In the end, the G-20 summit made some progress. But faced with the opposition of France and Germany, the United States could not persuade its partners to commit to more stimulus. Given the state of elite opinion in Europe today, it’s no surprise that President Obama came up short.
The fact is that Old Europe is in a good mood. Unemployment is up, exports are down, industrial production has collapsed–but it doesn’t matter. As Victor Hugo wrote, imagining the atmosphere in revolutionary Paris, “Everything was frightening, and no one was frightened.”
In place of fear, there’s triumphalism. No one likes recessions, but they’re easier to swallow when they seem to vindicate your fundamental concept of political economy. And the big meaning of the crisis for Europeans is the vindication of their ideas about how to run an economy.
“I remember the days when American economists came to Germany and told us we had to privatize our community banks, that our small, family-owned industrial companies were not a strength, that we had to move closer to the Anglo-Saxon way of doing business,” Jens van Scherpenberg, an economist at the University of Munich who for several years led the Americas unit at the quasi-governmental German Institute of International and Security Affairs, told me. “If someone came here and said that today, the response would be laughter–sarcastic laughter.”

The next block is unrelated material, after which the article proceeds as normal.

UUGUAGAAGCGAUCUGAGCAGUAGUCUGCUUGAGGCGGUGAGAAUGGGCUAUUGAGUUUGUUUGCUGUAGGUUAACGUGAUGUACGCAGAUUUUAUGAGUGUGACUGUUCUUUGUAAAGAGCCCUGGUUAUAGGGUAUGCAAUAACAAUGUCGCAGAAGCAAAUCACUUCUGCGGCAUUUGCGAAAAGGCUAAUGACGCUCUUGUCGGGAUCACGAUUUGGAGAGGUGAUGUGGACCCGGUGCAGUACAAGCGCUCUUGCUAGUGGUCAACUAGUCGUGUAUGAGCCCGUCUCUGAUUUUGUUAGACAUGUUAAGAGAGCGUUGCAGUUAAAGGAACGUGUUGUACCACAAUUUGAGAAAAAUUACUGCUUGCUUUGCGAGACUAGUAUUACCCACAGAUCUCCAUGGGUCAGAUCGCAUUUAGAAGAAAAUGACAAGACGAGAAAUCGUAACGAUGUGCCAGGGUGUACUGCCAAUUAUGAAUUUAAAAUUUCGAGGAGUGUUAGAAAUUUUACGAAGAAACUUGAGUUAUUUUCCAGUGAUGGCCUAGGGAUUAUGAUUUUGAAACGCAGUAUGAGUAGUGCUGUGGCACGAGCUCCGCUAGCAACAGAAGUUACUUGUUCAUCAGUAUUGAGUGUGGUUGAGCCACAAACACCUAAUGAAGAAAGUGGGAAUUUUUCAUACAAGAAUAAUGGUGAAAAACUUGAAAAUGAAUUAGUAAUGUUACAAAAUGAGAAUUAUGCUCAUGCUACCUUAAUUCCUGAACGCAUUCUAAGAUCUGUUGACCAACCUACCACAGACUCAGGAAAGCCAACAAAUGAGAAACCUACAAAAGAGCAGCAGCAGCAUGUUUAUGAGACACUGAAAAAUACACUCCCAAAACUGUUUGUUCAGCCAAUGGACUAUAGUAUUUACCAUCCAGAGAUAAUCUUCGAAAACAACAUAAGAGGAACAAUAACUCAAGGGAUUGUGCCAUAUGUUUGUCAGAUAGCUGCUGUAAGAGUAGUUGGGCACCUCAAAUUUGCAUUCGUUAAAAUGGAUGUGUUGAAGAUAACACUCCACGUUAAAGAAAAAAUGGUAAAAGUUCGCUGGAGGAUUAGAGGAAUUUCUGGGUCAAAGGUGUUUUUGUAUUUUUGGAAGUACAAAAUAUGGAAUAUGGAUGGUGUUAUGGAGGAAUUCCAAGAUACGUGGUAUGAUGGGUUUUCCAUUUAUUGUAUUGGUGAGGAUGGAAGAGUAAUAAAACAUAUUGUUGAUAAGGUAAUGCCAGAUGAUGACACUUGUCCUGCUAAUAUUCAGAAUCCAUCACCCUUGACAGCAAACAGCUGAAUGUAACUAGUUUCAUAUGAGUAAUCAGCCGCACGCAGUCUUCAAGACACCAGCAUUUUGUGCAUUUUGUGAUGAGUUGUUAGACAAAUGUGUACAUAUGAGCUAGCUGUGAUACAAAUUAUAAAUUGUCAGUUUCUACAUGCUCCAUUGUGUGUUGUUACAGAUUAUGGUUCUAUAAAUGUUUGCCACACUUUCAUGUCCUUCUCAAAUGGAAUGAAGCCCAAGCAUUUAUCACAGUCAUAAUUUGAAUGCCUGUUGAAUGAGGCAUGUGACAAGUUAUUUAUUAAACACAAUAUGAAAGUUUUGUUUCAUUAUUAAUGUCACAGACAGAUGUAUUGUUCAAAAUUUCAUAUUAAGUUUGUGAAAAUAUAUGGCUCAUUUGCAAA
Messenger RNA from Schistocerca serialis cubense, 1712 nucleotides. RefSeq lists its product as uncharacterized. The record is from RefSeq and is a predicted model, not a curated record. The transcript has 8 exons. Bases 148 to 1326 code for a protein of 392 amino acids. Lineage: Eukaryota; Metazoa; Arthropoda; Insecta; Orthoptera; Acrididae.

Andrea Nahles, vice chair of the German Social Democrats, was asked by a journalist about the US criticism of Germany’s reluctance to spend more. “Ach, the USA!” she said. “How many times have I had to listen to our labor-market policies compared with those of Denmark, of Britain, of other countries! And who looks good now? Germany!” Nahles, an important figure on her party’s left wing, went on to argue that the United States was simply forced to spend money to save its growing army of unemployed, whereas Germany was putting in place better policies to ensure lifelong training, even for those with jobs. “Simply increasing transfer payments doesn’t provide people with opportunity,” she sniffed.
In France, Jean-Pierre Jouyet, director of the country’s SEC equivalent, told Le Monde this week that the crisis represents “the revenge of Colbert”–referring not to Comedy Central’s Stephen but to Jean-Baptiste, Louis XIV’s mercantilist finance minister and the apostle of dirigisme. Jouyet was quoted in an article praising France’s system for training the country’s elite technocrats–a state-centered approach that has been widely questioned over the past few years, but whose virtues suddenly seem more relevant. “In other countries, people of this quality are in the private sector,” explained WTO director (and French Socialist) Pascal Lamy.
Werner Abelshauser, an economic historian at the University of Bielefeld in Germany and a leading expert on differences in transatlantic economic cultures, told me that the crisis gives Europeans “a chance to think about our strengths, to appreciate again the European way of running the economy, which is fundamentally about a banking system based on patient capital and firms that emphasize high-quality products and long-term relationships between suppliers and customers.”